Most entrepreneurs running online retail companies in India have been hoping for an all-encompassing foreign direct investment (FDI) policy that will clear doubts and confusions once and for all. But that hope remains just that and confusion continues. The latest salvo was by the Delhi High Court in November, when it ordered the government to probe 21 e-commerce companies for FDI violations.
This is but the latest in a series of FDI-related issues that has plagued this newly emerged industry. There have been many reports, on and off, of Enforcement Directorate enquiries being launched against Flipkart and others. As part of the case in front of the Delhi HC, the Government said it was investigating six companies. The Delhi HC then ordered the Government to expand the scope of the investigation to include all 21 companies that the plaintiff, the Retailers Association of India (RAI), had mentioned in its complaint.
According to the Consolidated FDI Policy:
E-commerce activities refer to the activity of buying and selling by a company through the e-commerce platform. Such companies would engage only in Business to Business (B2B) e-commerce and not in retail trading, inter-alia implying that existing restrictions on FDI in domestic trading would be applicable to e-commerce as well.
According to the Consolidated FDI Policy, single-brand retail trading companies are not allowed to engage in e-commerce. However, in November the Government eased FDI rules in 15 sectors, including single-brand retail. It says, in simple words, if a single-brand retail entity with foreign investment has got approval to set up stores in India it can also engage in online retail. This helps global majors like IKEA. This relaxation in FDI norms, which many took as a step towards towards opening up more sectors to FDI, happened 10 days before the Delhi High Court’s order to investigate the 21 ecommerce websites.
Further Indian manufacturers, in sectors including textile, can have 100 per cent FDI. A number of Indian online retail brands, like Zovi, manufacture in India.
The policies seem clear, right? Wrong. The complication arises in the form interpretation of the law and the ‘behaviour’ of the marketplaces like Flipkart and Snapdeal. The allegation by the retailers association, is that marketplaces are practically behaving like retailers as they are giving big discounts that they are able to finance due to the large sums of FDI raised. Sellers who spoke to YourStory on condition of anonymity confirmed that many times it is the platform that provides the discount and not they. Flipkart and Snapdeal declined to comment for this story.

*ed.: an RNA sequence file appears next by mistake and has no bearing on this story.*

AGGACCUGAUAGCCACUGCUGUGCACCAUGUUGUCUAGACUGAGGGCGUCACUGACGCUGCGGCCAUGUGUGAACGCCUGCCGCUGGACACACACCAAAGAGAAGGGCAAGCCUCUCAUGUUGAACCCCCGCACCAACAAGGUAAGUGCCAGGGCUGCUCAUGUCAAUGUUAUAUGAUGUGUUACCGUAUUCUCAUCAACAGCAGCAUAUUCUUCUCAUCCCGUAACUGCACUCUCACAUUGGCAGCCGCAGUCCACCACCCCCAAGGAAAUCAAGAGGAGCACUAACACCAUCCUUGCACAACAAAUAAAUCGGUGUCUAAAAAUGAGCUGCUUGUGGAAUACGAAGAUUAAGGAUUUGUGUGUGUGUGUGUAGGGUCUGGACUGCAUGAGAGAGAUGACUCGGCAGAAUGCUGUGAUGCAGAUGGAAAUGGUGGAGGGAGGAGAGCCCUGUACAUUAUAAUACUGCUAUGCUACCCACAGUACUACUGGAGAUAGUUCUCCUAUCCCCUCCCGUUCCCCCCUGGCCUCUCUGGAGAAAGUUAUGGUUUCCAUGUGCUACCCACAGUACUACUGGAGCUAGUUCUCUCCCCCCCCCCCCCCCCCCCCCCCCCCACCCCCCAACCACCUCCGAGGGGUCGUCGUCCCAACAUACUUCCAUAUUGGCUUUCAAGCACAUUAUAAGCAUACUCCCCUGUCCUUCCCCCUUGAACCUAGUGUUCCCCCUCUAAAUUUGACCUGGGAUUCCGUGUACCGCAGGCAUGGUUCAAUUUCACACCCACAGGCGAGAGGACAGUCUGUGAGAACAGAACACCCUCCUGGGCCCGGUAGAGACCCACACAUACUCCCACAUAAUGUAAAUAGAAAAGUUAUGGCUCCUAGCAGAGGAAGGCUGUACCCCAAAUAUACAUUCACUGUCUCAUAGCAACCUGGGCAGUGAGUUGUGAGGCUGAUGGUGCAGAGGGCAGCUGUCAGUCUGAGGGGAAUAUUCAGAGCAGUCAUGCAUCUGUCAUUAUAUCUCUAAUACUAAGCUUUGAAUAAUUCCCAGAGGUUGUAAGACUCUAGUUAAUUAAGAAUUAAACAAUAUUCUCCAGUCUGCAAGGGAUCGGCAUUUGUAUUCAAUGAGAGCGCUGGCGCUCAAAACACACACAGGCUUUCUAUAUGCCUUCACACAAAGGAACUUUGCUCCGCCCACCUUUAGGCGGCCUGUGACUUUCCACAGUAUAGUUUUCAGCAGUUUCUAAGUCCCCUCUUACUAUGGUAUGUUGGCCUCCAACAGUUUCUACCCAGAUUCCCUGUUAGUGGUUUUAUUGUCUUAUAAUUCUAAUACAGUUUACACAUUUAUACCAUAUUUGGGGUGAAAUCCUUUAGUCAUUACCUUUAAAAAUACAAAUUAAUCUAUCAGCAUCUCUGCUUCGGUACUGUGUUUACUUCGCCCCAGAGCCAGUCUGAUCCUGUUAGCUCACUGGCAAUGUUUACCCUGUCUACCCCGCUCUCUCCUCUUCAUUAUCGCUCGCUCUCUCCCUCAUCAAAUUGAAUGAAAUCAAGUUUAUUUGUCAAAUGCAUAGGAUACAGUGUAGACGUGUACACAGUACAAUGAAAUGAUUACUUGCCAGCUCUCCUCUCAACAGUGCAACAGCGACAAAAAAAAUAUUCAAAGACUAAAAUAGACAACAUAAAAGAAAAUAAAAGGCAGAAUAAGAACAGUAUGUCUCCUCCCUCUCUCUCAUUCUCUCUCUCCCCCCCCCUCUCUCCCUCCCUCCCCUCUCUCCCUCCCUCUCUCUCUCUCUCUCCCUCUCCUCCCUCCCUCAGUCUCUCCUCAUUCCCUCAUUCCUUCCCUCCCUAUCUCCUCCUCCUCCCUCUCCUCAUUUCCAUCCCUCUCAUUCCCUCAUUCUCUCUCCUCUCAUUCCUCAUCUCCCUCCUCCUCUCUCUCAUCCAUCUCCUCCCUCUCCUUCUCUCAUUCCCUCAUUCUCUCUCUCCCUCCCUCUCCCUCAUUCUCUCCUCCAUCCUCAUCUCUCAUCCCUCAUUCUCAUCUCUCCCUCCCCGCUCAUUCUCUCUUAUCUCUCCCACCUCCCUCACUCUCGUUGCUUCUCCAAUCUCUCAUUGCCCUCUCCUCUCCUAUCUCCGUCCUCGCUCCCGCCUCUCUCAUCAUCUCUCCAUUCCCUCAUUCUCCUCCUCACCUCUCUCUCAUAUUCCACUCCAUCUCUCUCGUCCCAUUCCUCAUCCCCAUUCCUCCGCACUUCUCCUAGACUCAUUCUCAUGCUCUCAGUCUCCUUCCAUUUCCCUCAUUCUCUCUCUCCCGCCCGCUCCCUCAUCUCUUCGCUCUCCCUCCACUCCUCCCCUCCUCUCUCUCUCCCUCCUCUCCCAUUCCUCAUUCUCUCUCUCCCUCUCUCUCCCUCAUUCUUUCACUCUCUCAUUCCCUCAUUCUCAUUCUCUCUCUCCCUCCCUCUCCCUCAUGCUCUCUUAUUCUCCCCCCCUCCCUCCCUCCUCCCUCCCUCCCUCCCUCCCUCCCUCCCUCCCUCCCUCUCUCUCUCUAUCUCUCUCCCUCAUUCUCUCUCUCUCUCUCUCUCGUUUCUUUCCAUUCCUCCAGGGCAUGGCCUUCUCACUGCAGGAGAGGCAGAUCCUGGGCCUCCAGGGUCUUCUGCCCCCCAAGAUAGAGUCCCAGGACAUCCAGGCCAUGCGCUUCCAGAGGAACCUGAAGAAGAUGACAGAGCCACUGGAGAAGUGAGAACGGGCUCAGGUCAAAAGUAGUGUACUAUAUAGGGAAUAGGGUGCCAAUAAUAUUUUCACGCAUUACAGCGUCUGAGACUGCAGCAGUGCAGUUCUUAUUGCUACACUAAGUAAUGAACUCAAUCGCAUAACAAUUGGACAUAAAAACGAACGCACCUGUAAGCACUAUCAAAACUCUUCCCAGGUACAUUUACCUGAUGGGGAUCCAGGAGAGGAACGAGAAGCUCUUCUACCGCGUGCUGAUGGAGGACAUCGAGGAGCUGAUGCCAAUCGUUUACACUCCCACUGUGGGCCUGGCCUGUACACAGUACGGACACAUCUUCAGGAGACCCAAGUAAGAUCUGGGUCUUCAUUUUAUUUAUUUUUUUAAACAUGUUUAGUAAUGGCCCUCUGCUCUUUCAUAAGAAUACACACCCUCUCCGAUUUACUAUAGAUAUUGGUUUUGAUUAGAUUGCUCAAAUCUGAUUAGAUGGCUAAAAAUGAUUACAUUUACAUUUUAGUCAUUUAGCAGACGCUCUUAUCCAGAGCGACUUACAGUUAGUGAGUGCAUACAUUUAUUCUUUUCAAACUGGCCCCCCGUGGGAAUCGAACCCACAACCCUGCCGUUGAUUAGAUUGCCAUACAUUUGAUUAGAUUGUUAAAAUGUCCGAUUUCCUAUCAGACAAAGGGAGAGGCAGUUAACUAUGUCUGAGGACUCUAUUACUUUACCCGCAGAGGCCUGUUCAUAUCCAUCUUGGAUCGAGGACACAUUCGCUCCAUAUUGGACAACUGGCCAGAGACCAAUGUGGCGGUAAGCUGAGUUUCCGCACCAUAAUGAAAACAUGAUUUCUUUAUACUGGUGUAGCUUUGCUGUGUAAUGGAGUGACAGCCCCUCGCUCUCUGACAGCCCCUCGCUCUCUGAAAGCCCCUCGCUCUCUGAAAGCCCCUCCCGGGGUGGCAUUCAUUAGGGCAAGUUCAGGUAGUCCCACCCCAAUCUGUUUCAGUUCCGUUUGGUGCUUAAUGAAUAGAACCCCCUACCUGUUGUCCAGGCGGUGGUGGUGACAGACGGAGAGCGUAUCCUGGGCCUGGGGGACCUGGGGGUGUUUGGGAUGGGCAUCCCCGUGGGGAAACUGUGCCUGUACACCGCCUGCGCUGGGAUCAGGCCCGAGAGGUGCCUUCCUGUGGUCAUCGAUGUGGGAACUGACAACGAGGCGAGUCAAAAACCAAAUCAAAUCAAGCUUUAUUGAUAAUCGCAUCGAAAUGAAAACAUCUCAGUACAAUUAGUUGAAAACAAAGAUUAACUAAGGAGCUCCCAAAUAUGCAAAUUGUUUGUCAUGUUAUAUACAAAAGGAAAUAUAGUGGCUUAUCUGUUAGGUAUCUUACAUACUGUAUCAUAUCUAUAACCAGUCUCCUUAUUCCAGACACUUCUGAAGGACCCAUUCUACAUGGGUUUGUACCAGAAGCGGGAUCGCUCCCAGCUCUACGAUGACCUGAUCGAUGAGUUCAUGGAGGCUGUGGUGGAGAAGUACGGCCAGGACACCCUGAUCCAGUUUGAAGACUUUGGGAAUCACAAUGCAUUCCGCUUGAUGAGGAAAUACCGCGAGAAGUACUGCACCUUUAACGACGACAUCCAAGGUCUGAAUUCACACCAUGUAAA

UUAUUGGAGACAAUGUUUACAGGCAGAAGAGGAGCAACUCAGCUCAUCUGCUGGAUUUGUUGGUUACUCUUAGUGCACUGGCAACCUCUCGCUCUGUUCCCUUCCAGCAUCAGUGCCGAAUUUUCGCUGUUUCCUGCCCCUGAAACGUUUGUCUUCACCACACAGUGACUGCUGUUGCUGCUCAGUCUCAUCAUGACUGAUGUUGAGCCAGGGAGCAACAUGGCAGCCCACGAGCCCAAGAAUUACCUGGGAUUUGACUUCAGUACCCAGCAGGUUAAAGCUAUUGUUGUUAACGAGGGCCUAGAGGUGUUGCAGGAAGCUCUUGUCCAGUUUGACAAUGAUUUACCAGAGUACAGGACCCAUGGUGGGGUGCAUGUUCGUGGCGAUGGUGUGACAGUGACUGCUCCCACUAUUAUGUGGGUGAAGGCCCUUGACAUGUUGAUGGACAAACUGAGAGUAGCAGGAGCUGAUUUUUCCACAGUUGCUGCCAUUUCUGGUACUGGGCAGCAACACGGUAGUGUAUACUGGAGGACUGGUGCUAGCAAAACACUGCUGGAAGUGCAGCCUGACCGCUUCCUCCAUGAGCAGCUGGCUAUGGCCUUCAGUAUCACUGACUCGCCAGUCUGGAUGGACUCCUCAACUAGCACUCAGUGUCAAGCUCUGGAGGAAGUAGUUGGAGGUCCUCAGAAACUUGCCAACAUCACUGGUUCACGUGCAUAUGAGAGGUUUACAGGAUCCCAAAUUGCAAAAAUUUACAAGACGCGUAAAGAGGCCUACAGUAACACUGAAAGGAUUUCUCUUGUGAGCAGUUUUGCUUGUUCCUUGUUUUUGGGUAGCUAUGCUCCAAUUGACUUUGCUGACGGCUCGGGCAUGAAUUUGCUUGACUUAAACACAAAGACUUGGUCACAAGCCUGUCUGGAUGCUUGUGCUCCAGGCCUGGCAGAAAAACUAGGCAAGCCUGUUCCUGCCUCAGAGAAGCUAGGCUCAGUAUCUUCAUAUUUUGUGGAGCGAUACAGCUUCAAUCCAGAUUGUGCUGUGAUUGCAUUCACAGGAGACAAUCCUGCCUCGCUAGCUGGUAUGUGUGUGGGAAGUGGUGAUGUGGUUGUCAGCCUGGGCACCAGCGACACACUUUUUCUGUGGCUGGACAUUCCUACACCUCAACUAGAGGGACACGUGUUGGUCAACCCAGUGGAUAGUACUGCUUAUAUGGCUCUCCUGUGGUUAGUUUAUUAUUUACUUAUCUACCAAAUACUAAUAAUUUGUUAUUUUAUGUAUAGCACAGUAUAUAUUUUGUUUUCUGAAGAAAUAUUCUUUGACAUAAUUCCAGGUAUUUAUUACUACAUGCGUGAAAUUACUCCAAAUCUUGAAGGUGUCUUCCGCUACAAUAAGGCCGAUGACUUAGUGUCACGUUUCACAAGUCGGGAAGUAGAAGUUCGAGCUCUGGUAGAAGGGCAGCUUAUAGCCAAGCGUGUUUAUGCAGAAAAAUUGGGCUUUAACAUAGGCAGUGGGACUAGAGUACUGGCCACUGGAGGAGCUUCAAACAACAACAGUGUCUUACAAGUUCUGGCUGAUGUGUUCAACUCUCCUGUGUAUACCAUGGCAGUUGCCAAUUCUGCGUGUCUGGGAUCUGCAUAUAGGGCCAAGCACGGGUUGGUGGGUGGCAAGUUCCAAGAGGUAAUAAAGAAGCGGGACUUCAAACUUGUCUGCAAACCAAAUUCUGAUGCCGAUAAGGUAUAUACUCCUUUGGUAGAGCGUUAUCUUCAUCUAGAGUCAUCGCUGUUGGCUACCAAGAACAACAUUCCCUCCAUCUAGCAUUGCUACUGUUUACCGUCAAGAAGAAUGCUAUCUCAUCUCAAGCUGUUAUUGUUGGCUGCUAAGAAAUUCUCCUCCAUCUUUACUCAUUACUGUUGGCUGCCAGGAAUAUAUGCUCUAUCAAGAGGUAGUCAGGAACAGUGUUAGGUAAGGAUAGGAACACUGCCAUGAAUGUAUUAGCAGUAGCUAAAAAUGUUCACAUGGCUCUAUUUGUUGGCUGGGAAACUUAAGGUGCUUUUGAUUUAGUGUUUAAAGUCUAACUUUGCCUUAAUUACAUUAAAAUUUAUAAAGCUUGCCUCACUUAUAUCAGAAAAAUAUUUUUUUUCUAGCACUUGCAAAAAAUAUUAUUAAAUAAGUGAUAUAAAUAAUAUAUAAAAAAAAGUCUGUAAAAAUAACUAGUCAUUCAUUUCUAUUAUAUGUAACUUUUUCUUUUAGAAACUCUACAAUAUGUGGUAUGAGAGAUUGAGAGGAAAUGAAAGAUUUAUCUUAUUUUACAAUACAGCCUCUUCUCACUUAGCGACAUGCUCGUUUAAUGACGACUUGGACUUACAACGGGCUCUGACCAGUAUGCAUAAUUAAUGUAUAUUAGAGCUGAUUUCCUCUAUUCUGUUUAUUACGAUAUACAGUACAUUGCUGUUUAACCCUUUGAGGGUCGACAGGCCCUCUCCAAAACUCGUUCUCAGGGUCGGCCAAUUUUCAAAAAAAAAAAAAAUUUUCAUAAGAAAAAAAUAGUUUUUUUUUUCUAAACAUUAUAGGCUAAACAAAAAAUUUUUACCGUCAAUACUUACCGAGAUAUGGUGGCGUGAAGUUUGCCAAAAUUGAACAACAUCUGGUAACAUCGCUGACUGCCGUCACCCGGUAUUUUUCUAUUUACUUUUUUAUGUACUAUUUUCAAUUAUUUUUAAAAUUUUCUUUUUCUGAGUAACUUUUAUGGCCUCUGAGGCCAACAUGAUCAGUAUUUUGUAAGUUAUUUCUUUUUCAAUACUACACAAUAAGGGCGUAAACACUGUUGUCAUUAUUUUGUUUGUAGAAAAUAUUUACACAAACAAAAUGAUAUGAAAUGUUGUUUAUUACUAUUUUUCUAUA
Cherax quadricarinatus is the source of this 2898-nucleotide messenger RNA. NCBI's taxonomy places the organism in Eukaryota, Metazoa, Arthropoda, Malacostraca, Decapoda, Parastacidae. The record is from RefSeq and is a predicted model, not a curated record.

It is not just this, most online marketplaces have set up complex company structures to circumvent the laws that prevent online multi-brand retailers from taking on FDI. Many companies have set up a B2B wholesale arm, which takes the FDI, along with a retail company with which they maintain an arms length distance.
WS Retail was earlier a subsidiary of Flipkart, but was hived off. According to a news report, Cloudtail India, which is a joint venture between Amazon and N R Narayana Murthy’s Catamaran Ventures, is the biggest retailer on the e-commerce major’s India marketplace. Amazon is not part of the case in Delhi HC, but its sister platform Junglee is. A detailed email query sent to Junglee was unanswered.
Experts say e-commerce companies in India have no choice but to raise risk capital funding.
“E-commerce firms seldom get funding from banks, leaving the entrepreneurs with no choice but to depend on VCs and other sources of funds from overseas. Many Indian e-commerce companies are moving out of India to get easier access to funds,” said Arvind Singhal, Chairman of Technopak advisory firm.
So for many of the large marketplaces, who are building up the online retail industry from scratch, it is a choice of not growing at the rapid pace if they have to follow the law in letter and spirit or putting up these complicated structures so they are compliant at least in letter, if not in spirit. So why go for FDI when the policies are so complicated? Praveen Sinha, serial entrepreneur and Co-founder of fashion portal Jabong, said only foreign investors are willing to and capable of pumping in the billions of dollars that is required to build up this young industry.
“If we are so protective, why is there no funding available to those entrepreneurs within India? Why is the government and banks not giving them a better rate? There are enough investment firms and conglomerates in the country, but not many dare to experiment,” Praveen said.
But, it is not just the biggies that are facing issues. The constant threat of court cases and enquiries have affected smaller players too. Many of the companies that feature in the Delhi HC’s list of 21 declined to comment for this story. Those that spoke to YourStory have categorically said that no Government agency has reached out to them for an investigation.